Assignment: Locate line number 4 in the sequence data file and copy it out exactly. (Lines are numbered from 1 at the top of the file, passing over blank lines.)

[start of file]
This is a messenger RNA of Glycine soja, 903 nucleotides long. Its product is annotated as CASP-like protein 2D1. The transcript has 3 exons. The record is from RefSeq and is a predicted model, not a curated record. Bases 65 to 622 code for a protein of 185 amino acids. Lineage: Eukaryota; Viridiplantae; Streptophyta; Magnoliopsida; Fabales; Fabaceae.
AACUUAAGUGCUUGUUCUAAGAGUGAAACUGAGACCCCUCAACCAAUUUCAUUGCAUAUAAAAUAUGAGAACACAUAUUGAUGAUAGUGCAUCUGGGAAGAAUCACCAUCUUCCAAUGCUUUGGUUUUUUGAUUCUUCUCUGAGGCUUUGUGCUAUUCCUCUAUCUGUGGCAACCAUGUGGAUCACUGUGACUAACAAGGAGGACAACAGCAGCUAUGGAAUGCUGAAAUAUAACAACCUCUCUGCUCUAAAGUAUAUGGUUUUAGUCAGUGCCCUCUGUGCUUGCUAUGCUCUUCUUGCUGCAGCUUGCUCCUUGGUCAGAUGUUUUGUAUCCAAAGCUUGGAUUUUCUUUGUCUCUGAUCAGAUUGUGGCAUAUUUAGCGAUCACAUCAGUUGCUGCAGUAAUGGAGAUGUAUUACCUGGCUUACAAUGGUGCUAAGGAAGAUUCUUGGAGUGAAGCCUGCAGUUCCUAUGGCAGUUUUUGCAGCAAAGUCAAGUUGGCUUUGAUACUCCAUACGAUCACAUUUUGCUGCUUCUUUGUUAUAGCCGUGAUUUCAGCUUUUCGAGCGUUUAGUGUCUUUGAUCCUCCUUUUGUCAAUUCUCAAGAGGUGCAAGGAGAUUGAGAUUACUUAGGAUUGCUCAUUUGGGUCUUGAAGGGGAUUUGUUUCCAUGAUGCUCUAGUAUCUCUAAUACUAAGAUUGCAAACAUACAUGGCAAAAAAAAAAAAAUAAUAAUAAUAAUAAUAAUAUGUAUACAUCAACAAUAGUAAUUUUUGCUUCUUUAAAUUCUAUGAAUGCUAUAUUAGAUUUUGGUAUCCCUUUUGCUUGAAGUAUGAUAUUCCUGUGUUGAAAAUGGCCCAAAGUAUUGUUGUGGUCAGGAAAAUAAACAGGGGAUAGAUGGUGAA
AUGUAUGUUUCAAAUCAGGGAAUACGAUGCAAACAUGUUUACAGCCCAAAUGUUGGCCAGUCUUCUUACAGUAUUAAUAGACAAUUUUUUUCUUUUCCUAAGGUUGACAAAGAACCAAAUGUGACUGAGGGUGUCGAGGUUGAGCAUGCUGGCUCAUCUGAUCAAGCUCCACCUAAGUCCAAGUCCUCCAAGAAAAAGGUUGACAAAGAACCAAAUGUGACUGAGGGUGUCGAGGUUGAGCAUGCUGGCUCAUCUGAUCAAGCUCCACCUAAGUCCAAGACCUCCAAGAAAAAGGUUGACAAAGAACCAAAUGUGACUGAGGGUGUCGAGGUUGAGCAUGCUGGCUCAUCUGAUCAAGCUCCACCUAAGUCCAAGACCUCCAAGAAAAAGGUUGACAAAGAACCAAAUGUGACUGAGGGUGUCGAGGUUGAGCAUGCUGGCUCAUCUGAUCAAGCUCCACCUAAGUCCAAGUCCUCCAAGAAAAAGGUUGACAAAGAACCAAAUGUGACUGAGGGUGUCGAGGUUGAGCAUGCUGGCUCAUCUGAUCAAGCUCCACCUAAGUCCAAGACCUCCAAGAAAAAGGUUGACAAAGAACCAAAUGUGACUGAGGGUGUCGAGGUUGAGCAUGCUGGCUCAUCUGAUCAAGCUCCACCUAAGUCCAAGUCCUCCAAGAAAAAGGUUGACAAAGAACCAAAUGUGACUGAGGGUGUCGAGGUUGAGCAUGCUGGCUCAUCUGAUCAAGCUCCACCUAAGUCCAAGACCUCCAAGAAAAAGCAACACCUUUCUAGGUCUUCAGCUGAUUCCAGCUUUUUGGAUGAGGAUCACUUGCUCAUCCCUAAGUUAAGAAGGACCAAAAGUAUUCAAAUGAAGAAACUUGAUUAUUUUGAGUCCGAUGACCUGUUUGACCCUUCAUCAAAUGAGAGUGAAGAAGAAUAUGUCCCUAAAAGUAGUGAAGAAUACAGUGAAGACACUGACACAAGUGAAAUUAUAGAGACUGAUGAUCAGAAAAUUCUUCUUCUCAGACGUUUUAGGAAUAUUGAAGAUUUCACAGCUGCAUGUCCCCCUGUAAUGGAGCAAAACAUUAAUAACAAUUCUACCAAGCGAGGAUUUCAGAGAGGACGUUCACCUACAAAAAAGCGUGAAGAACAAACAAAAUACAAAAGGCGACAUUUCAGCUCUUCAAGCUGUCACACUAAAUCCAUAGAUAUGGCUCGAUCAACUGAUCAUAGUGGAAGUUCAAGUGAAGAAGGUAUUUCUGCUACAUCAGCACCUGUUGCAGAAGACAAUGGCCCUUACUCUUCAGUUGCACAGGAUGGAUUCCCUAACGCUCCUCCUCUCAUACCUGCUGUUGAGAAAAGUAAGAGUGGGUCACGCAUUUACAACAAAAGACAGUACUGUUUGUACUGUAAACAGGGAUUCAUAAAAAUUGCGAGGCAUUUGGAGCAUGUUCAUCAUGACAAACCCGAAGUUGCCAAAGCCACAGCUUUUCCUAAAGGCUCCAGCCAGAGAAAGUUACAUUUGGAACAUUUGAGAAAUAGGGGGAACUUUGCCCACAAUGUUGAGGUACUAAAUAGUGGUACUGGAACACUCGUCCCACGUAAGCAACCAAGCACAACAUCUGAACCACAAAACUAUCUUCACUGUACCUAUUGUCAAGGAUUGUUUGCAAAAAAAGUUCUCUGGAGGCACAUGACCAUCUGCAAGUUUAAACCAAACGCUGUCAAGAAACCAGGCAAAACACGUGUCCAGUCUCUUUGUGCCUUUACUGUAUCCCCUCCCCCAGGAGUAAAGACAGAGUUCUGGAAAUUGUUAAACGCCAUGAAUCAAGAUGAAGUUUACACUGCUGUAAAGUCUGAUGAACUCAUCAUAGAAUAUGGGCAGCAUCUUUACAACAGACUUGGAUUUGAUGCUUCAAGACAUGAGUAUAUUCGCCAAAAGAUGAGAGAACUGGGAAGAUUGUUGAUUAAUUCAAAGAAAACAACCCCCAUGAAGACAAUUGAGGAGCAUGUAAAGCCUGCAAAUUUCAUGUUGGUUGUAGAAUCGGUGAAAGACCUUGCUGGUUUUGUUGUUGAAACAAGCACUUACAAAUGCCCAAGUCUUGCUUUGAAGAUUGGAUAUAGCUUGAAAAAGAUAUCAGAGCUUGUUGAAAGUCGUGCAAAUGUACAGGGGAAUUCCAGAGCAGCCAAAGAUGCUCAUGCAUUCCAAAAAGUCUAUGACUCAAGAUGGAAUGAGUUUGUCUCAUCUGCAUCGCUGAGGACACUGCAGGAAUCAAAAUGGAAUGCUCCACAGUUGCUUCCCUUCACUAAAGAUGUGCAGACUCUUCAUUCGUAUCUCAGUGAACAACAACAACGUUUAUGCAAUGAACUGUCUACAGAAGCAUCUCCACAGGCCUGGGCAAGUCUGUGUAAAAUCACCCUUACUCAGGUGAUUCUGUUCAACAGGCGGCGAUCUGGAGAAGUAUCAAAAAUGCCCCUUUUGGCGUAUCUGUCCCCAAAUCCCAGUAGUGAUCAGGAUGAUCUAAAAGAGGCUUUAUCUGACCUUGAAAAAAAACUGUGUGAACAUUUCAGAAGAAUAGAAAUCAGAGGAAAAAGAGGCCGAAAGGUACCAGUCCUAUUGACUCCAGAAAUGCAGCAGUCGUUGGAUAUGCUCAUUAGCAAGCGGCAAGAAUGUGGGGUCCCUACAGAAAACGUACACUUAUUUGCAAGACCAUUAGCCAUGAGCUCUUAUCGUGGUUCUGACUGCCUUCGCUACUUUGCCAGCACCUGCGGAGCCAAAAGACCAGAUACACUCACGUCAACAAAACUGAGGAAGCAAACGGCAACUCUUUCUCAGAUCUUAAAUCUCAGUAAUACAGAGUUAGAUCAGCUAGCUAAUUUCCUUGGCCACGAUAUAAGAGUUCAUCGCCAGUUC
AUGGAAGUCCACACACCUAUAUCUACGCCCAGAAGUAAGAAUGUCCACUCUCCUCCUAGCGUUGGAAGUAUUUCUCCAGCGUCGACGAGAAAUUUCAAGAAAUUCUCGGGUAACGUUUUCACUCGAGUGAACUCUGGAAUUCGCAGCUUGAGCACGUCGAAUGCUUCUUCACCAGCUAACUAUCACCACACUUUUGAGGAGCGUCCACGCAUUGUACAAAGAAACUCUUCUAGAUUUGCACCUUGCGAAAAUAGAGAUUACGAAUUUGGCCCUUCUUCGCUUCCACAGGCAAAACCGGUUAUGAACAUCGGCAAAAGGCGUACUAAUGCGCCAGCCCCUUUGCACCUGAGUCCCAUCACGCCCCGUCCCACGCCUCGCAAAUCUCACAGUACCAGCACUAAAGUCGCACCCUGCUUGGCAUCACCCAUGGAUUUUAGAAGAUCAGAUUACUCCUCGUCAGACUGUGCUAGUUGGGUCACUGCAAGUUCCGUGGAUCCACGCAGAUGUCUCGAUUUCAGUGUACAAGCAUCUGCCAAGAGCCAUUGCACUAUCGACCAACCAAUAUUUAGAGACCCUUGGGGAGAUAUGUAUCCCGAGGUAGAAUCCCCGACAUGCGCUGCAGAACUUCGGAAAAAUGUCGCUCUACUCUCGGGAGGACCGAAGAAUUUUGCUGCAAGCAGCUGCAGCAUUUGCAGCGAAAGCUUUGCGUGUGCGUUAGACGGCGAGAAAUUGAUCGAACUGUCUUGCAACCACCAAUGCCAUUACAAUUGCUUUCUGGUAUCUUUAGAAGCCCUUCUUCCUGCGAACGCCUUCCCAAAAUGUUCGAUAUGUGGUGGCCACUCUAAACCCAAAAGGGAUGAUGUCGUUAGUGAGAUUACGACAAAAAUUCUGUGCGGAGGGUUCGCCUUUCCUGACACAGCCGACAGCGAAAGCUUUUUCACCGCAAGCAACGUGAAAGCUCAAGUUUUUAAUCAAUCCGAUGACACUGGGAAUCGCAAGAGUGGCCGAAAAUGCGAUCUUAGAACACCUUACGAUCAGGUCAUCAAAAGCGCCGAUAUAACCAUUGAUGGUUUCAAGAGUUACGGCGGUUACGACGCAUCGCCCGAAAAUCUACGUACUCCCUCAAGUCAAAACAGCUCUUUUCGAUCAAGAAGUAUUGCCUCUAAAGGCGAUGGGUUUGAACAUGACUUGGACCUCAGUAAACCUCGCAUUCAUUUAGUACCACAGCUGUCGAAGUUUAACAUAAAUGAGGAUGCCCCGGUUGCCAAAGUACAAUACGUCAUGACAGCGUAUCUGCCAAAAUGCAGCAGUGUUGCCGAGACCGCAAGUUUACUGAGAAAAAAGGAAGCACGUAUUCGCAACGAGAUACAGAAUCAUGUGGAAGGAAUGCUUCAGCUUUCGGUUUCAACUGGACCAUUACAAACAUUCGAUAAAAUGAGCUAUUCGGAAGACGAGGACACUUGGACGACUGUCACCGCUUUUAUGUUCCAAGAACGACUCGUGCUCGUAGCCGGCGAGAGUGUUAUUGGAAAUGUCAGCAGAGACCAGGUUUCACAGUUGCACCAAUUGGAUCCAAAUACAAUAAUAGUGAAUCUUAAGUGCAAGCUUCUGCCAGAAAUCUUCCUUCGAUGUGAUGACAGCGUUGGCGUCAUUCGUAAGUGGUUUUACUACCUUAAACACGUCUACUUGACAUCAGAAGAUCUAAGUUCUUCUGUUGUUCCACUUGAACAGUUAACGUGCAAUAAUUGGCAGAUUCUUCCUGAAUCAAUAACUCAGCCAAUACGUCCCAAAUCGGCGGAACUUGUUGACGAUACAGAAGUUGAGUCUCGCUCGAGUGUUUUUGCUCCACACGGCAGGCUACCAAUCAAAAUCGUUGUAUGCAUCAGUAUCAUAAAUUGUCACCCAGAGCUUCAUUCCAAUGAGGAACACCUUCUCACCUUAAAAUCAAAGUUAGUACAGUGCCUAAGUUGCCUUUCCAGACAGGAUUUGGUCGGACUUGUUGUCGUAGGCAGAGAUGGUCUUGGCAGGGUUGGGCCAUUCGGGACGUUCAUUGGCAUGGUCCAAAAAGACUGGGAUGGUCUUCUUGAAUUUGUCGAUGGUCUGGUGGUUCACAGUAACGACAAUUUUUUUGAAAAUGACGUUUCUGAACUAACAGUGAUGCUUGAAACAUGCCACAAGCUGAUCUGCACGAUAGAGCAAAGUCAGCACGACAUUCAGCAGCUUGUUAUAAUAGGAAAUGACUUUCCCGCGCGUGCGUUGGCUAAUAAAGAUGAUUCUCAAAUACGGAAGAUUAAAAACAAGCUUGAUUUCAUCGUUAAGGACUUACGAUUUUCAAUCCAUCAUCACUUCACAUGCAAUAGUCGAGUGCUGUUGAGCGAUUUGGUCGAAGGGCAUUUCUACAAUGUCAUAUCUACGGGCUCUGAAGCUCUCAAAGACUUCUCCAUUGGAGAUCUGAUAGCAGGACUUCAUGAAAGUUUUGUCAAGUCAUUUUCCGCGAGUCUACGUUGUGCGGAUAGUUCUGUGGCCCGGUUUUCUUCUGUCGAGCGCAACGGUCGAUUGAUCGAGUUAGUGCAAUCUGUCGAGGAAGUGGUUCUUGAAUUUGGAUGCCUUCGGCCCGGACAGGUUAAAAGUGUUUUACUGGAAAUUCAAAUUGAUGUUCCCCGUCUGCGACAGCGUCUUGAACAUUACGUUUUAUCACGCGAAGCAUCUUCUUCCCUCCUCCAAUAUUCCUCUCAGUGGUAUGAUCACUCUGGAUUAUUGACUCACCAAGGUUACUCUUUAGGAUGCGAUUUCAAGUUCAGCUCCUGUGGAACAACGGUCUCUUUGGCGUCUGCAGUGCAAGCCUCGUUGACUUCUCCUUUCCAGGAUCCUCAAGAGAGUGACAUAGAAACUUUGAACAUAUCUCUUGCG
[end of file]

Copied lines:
AUGGAAGUCCACACACCUAUAUCUACGCCCAGAAGUAAGAAUGUCCACUCUCCUCCUAGCGUUGGAAGUAUUUCUCCAGCGUCGACGAGAAAUUUCAAGAAAUUCUCGGGUAACGUUUUCACUCGAGUGAACUCUGGAAUUCGCAGCUUGAGCACGUCGAAUGCUUCUUCACCAGCUAACUAUCACCACACUUUUGAGGAGCGUCCACGCAUUGUACAAAGAAACUCUUCUAGAUUUGCACCUUGCGAAAAUAGAGAUUACGAAUUUGGCCCUUCUUCGCUUCCACAGGCAAAACCGGUUAUGAACAUCGGCAAAAGGCGUACUAAUGCGCCAGCCCCUUUGCACCUGAGUCCCAUCACGCCCCGUCCCACGCCUCGCAAAUCUCACAGUACCAGCACUAAAGUCGCACCCUGCUUGGCAUCACCCAUGGAUUUUAGAAGAUCAGAUUACUCCUCGUCAGACUGUGCUAGUUGGGUCACUGCAAGUUCCGUGGAUCCACGCAGAUGUCUCGAUUUCAGUGUACAAGCAUCUGCCAAGAGCCAUUGCACUAUCGACCAACCAAUAUUUAGAGACCCUUGGGGAGAUAUGUAUCCCGAGGUAGAAUCCCCGACAUGCGCUGCAGAACUUCGGAAAAAUGUCGCUCUACUCUCGGGAGGACCGAAGAAUUUUGCUGCAAGCAGCUGCAGCAUUUGCAGCGAAAGCUUUGCGUGUGCGUUAGACGGCGAGAAAUUGAUCGAACUGUCUUGCAACCACCAAUGCCAUUACAAUUGCUUUCUGGUAUCUUUAGAAGCCCUUCUUCCUGCGAACGCCUUCCCAAAAUGUUCGAUAUGUGGUGGCCACUCUAAACCCAAAAGGGAUGAUGUCGUUAGUGAGAUUACGACAAAAAUUCUGUGCGGAGGGUUCGCCUUUCCUGACACAGCCGACAGCGAAAGCUUUUUCACCGCAAGCAACGUGAAAGCUCAAGUUUUUAAUCAAUCCGAUGACACUGGGAAUCGCAAGAGUGGCCGAAAAUGCGAUCUUAGAACACCUUACGAUCAGGUCAUCAAAAGCGCCGAUAUAACCAUUGAUGGUUUCAAGAGUUACGGCGGUUACGACGCAUCGCCCGAAAAUCUACGUACUCCCUCAAGUCAAAACAGCUCUUUUCGAUCAAGAAGUAUUGCCUCUAAAGGCGAUGGGUUUGAACAUGACUUGGACCUCAGUAAACCUCGCAUUCAUUUAGUACCACAGCUGUCGAAGUUUAACAUAAAUGAGGAUGCCCCGGUUGCCAAAGUACAAUACGUCAUGACAGCGUAUCUGCCAAAAUGCAGCAGUGUUGCCGAGACCGCAAGUUUACUGAGAAAAAAGGAAGCACGUAUUCGCAACGAGAUACAGAAUCAUGUGGAAGGAAUGCUUCAGCUUUCGGUUUCAACUGGACCAUUACAAACAUUCGAUAAAAUGAGCUAUUCGGAAGACGAGGACACUUGGACGACUGUCACCGCUUUUAUGUUCCAAGAACGACUCGUGCUCGUAGCCGGCGAGAGUGUUAUUGGAAAUGUCAGCAGAGACCAGGUUUCACAGUUGCACCAAUUGGAUCCAAAUACAAUAAUAGUGAAUCUUAAGUGCAAGCUUCUGCCAGAAAUCUUCCUUCGAUGUGAUGACAGCGUUGGCGUCAUUCGUAAGUGGUUUUACUACCUUAAACACGUCUACUUGACAUCAGAAGAUCUAAGUUCUUCUGUUGUUCCACUUGAACAGUUAACGUGCAAUAAUUGGCAGAUUCUUCCUGAAUCAAUAACUCAGCCAAUACGUCCCAAAUCGGCGGAACUUGUUGACGAUACAGAAGUUGAGUCUCGCUCGAGUGUUUUUGCUCCACACGGCAGGCUACCAAUCAAAAUCGUUGUAUGCAUCAGUAUCAUAAAUUGUCACCCAGAGCUUCAUUCCAAUGAGGAACACCUUCUCACCUUAAAAUCAAAGUUAGUACAGUGCCUAAGUUGCCUUUCCAGACAGGAUUUGGUCGGACUUGUUGUCGUAGGCAGAGAUGGUCUUGGCAGGGUUGGGCCAUUCGGGACGUUCAUUGGCAUGGUCCAAAAAGACUGGGAUGGUCUUCUUGAAUUUGUCGAUGGUCUGGUGGUUCACAGUAACGACAAUUUUUUUGAAAAUGACGUUUCUGAACUAACAGUGAUGCUUGAAACAUGCCACAAGCUGAUCUGCACGAUAGAGCAAAGUCAGCACGACAUUCAGCAGCUUGUUAUAAUAGGAAAUGACUUUCCCGCGCGUGCGUUGGCUAAUAAAGAUGAUUCUCAAAUACGGAAGAUUAAAAACAAGCUUGAUUUCAUCGUUAAGGACUUACGAUUUUCAAUCCAUCAUCACUUCACAUGCAAUAGUCGAGUGCUGUUGAGCGAUUUGGUCGAAGGGCAUUUCUACAAUGUCAUAUCUACGGGCUCUGAAGCUCUCAAAGACUUCUCCAUUGGAGAUCUGAUAGCAGGACUUCAUGAAAGUUUUGUCAAGUCAUUUUCCGCGAGUCUACGUUGUGCGGAUAGUUCUGUGGCCCGGUUUUCUUCUGUCGAGCGCAACGGUCGAUUGAUCGAGUUAGUGCAAUCUGUCGAGGAAGUGGUUCUUGAAUUUGGAUGCCUUCGGCCCGGACAGGUUAAAAGUGUUUUACUGGAAAUUCAAAUUGAUGUUCCCCGUCUGCGACAGCGUCUUGAACAUUACGUUUUAUCACGCGAAGCAUCUUCUUCCCUCCUCCAAUAUUCCUCUCAGUGGUAUGAUCACUCUGGAUUAUUGACUCACCAAGGUUACUCUUUAGGAUGCGAUUUCAAGUUCAGCUCCUGUGGAACAACGGUCUCUUUGGCGUCUGCAGUGCAAGCCUCGUUGACUUCUCCUUUCCAGGAUCCUCAAGAGAGUGACAUAGAAACUUUGAACAUAUCUCUUGCG